Schröder, Friedrich Ludwig
Friedrich Ludwig Schröder (frē´drĬkh lōōt´vĬkh shrö´dər), 1744–1816, German actor, manager, and dramatist. He introduced Shakespeare in Germany. The son of actors, Schröder had a difficult, demanding childhood and youth. On the stage from the age of three, he lived for a time in a deserted theater, learning acrobatics from traveling companies that occasionally worked there. Greatly influenced by the acting of Konrad Eckhof, Schröder further developed the realistic school and became the most celebrated German actor of his day. He raised the standard of taste in Germany with his excellent ensemble productions, initiating reforms in costume, scenery, and acting. In 1771 he and his mother assumed the management of the Hamburg National Theater. He produced his own translations of 11 plays by Shakespeare (1776–80), as well as his own plays and those of the new Sturm und Drang movement.
"Schröder, Friedrich Ludwig." The Columbia Encyclopedia, 6th ed.. . Encyclopedia.com. (September 23, 2017). http://www.encyclopedia.com/reference/encyclopedias-almanacs-transcripts-and-maps/schroder-friedrich-ludwig
"Schröder, Friedrich Ludwig." The Columbia Encyclopedia, 6th ed.. . Retrieved September 23, 2017 from Encyclopedia.com: http://www.encyclopedia.com/reference/encyclopedias-almanacs-transcripts-and-maps/schroder-friedrich-ludwig
Encyclopedia.com gives you the ability to cite reference entries and articles according to common styles from the Modern Language Association (MLA), The Chicago Manual of Style, and the American Psychological Association (APA).
Within the “Cite this article” tool, pick a style to see how all available information looks when formatted according to that style. Then, copy and paste the text into your bibliography or works cited list.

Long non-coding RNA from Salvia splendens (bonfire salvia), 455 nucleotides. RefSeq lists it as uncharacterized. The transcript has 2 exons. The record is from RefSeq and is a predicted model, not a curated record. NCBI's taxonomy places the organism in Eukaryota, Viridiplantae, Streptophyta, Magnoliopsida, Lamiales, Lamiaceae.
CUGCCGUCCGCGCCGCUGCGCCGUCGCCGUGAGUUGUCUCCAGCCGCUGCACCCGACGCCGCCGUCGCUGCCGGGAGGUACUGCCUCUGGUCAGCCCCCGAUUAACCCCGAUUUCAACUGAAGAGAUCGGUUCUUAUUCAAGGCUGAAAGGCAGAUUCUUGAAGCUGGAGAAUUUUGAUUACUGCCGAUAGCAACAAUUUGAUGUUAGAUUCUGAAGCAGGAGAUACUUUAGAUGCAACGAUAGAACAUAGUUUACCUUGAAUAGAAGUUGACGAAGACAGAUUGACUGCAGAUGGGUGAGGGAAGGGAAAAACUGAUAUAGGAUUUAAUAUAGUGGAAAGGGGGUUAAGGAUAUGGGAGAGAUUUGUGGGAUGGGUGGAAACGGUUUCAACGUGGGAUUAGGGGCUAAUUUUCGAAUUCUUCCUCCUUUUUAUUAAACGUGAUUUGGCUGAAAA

Because each style has its own formatting nuances that evolve over time and not all information is available for every reference entry or article, Encyclopedia.com cannot guarantee each citation it generates. Therefore, it’s best to use Encyclopedia.com citations as a starting point before checking the style against your school or publication’s requirements and the most-recent information available at these sites:
Modern Language Association
The Chicago Manual of Style
American Psychological Association
- Most online reference entries and articles do not have page numbers. Therefore, that information is unavailable for most Encyclopedia.com content. However, the date of retrieval is often important. Refer to each style’s convention regarding the best way to format page numbers and retrieval dates.
- In addition to the MLA, Chicago, and APA styles, your school, university, publication, or institution may have its own requirements for citations. Therefore, be sure to refer to those guidelines when editing your bibliography or works cited list.